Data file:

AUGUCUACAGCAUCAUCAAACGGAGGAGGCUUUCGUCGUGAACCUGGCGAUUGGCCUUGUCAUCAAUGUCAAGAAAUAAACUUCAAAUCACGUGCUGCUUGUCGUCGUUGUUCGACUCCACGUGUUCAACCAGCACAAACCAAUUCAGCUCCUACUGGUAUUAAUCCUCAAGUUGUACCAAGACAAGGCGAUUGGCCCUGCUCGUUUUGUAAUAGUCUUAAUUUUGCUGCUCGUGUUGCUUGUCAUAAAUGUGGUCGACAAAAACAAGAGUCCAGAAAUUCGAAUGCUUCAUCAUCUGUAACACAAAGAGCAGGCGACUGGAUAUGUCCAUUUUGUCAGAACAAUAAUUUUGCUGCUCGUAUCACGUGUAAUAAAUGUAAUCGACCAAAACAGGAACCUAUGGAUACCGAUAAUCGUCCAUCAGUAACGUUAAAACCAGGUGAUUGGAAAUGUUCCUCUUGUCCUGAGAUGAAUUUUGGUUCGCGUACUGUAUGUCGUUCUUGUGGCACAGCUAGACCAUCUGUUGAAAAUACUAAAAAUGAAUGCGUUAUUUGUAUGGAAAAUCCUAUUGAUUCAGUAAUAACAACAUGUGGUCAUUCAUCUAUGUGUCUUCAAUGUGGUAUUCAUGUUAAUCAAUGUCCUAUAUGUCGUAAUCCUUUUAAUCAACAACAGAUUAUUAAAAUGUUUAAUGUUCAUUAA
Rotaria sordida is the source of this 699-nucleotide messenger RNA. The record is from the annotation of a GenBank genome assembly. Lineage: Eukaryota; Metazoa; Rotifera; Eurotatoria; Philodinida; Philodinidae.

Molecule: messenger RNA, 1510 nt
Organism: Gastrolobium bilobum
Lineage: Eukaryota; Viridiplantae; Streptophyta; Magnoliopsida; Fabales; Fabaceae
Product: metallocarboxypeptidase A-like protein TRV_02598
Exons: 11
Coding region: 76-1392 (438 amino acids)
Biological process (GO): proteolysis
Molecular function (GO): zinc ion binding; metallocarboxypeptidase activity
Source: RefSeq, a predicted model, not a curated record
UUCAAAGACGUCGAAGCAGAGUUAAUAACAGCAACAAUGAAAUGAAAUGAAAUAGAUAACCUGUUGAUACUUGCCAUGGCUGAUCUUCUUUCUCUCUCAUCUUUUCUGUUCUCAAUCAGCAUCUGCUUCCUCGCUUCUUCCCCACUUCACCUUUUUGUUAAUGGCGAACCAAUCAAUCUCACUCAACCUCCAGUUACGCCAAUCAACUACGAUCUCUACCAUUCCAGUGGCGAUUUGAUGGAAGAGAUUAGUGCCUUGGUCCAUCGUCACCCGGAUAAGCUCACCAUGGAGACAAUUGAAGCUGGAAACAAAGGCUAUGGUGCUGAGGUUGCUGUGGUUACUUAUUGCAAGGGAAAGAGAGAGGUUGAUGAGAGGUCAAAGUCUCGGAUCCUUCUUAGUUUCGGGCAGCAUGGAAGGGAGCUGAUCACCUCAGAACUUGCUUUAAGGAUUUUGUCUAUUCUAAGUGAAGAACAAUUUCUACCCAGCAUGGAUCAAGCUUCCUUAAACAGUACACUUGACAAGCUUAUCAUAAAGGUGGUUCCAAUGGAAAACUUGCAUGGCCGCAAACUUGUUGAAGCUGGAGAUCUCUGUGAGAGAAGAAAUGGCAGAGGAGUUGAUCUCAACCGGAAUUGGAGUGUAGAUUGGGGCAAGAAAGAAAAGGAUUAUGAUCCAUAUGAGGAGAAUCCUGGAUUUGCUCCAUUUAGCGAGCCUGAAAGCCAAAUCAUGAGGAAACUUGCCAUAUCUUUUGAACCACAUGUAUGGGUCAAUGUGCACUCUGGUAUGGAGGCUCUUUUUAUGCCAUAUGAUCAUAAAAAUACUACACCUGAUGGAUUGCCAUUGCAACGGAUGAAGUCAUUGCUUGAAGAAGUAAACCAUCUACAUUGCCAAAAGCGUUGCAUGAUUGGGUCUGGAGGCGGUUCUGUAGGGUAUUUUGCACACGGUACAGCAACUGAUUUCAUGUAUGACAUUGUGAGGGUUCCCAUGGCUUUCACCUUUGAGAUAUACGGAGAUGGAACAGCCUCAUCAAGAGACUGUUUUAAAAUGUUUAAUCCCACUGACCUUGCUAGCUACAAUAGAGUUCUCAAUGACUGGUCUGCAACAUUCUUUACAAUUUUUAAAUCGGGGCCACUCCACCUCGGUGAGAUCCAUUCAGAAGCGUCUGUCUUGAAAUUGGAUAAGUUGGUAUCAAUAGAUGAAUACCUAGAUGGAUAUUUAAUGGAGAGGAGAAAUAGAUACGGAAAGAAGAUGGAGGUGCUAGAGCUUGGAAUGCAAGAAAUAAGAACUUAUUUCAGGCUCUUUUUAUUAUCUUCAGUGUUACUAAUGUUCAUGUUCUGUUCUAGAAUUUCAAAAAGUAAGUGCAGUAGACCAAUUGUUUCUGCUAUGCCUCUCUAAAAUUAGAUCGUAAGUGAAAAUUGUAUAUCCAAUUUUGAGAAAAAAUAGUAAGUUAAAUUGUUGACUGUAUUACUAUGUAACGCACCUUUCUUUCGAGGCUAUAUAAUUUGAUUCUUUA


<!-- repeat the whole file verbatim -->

AUGUCUACAGCAUCAUCAAACGGAGGAGGCUUUCGUCGUGAACCUGGCGAUUGGCCUUGUCAUCAAUGUCAAGAAAUAAACUUCAAAUCACGUGCUGCUUGUCGUCGUUGUUCGACUCCACGUGUUCAACCAGCACAAACCAAUUCAGCUCCUACUGGUAUUAAUCCUCAAGUUGUACCAAGACAAGGCGAUUGGCCCUGCUCGUUUUGUAAUAGUCUUAAUUUUGCUGCUCGUGUUGCUUGUCAUAAAUGUGGUCGACAAAAACAAGAGUCCAGAAAUUCGAAUGCUUCAUCAUCUGUAACACAAAGAGCAGGCGACUGGAUAUGUCCAUUUUGUCAGAACAAUAAUUUUGCUGCUCGUAUCACGUGUAAUAAAUGUAAUCGACCAAAACAGGAACCUAUGGAUACCGAUAAUCGUCCAUCAGUAACGUUAAAACCAGGUGAUUGGAAAUGUUCCUCUUGUCCUGAGAUGAAUUUUGGUUCGCGUACUGUAUGUCGUUCUUGUGGCACAGCUAGACCAUCUGUUGAAAAUACUAAAAAUGAAUGCGUUAUUUGUAUGGAAAAUCCUAUUGAUUCAGUAAUAACAACAUGUGGUCAUUCAUCUAUGUGUCUUCAAUGUGGUAUUCAUGUUAAUCAAUGUCCUAUAUGUCGUAAUCCUUUUAAUCAACAACAGAUUAUUAAAAUGUUUAAUGUUCAUUAA
Rotaria sordida is the source of this 699-nucleotide messenger RNA. The record is from the annotation of a GenBank genome assembly. Lineage: Eukaryota; Metazoa; Rotifera; Eurotatoria; Philodinida; Philodinidae.

Molecule: messenger RNA, 1510 nt
Organism: Gastrolobium bilobum
Lineage: Eukaryota; Viridiplantae; Streptophyta; Magnoliopsida; Fabales; Fabaceae
Product: metallocarboxypeptidase A-like protein TRV_02598
Exons: 11
Coding region: 76-1392 (438 amino acids)
Biological process (GO): proteolysis
Molecular function (GO): zinc ion binding; metallocarboxypeptidase activity
Source: RefSeq, a predicted model, not a curated record
UUCAAAGACGUCGAAGCAGAGUUAAUAACAGCAACAAUGAAAUGAAAUGAAAUAGAUAACCUGUUGAUACUUGCCAUGGCUGAUCUUCUUUCUCUCUCAUCUUUUCUGUUCUCAAUCAGCAUCUGCUUCCUCGCUUCUUCCCCACUUCACCUUUUUGUUAAUGGCGAACCAAUCAAUCUCACUCAACCUCCAGUUACGCCAAUCAACUACGAUCUCUACCAUUCCAGUGGCGAUUUGAUGGAAGAGAUUAGUGCCUUGGUCCAUCGUCACCCGGAUAAGCUCACCAUGGAGACAAUUGAAGCUGGAAACAAAGGCUAUGGUGCUGAGGUUGCUGUGGUUACUUAUUGCAAGGGAAAGAGAGAGGUUGAUGAGAGGUCAAAGUCUCGGAUCCUUCUUAGUUUCGGGCAGCAUGGAAGGGAGCUGAUCACCUCAGAACUUGCUUUAAGGAUUUUGUCUAUUCUAAGUGAAGAACAAUUUCUACCCAGCAUGGAUCAAGCUUCCUUAAACAGUACACUUGACAAGCUUAUCAUAAAGGUGGUUCCAAUGGAAAACUUGCAUGGCCGCAAACUUGUUGAAGCUGGAGAUCUCUGUGAGAGAAGAAAUGGCAGAGGAGUUGAUCUCAACCGGAAUUGGAGUGUAGAUUGGGGCAAGAAAGAAAAGGAUUAUGAUCCAUAUGAGGAGAAUCCUGGAUUUGCUCCAUUUAGCGAGCCUGAAAGCCAAAUCAUGAGGAAACUUGCCAUAUCUUUUGAACCACAUGUAUGGGUCAAUGUGCACUCUGGUAUGGAGGCUCUUUUUAUGCCAUAUGAUCAUAAAAAUACUACACCUGAUGGAUUGCCAUUGCAACGGAUGAAGUCAUUGCUUGAAGAAGUAAACCAUCUACAUUGCCAAAAGCGUUGCAUGAUUGGGUCUGGAGGCGGUUCUGUAGGGUAUUUUGCACACGGUACAGCAACUGAUUUCAUGUAUGACAUUGUGAGGGUUCCCAUGGCUUUCACCUUUGAGAUAUACGGAGAUGGAACAGCCUCAUCAAGAGACUGUUUUAAAAUGUUUAAUCCCACUGACCUUGCUAGCUACAAUAGAGUUCUCAAUGACUGGUCUGCAACAUUCUUUACAAUUUUUAAAUCGGGGCCACUCCACCUCGGUGAGAUCCAUUCAGAAGCGUCUGUCUUGAAAUUGGAUAAGUUGGUAUCAAUAGAUGAAUACCUAGAUGGAUAUUUAAUGGAGAGGAGAAAUAGAUACGGAAAGAAGAUGGAGGUGCUAGAGCUUGGAAUGCAAGAAAUAAGAACUUAUUUCAGGCUCUUUUUAUUAUCUUCAGUGUUACUAAUGUUCAUGUUCUGUUCUAGAAUUUCAAAAAGUAAGUGCAGUAGACCAAUUGUUUCUGCUAUGCCUCUCUAAAAUUAGAUCGUAAGUGAAAAUUGUAUAUCCAAUUUUGAGAAAAAAUAGUAAGUUAAAUUGUUGACUGUAUUACUAUGUAACGCACCUUUCUUUCGAGGCUAUAUAAUUUGAUUCUUUA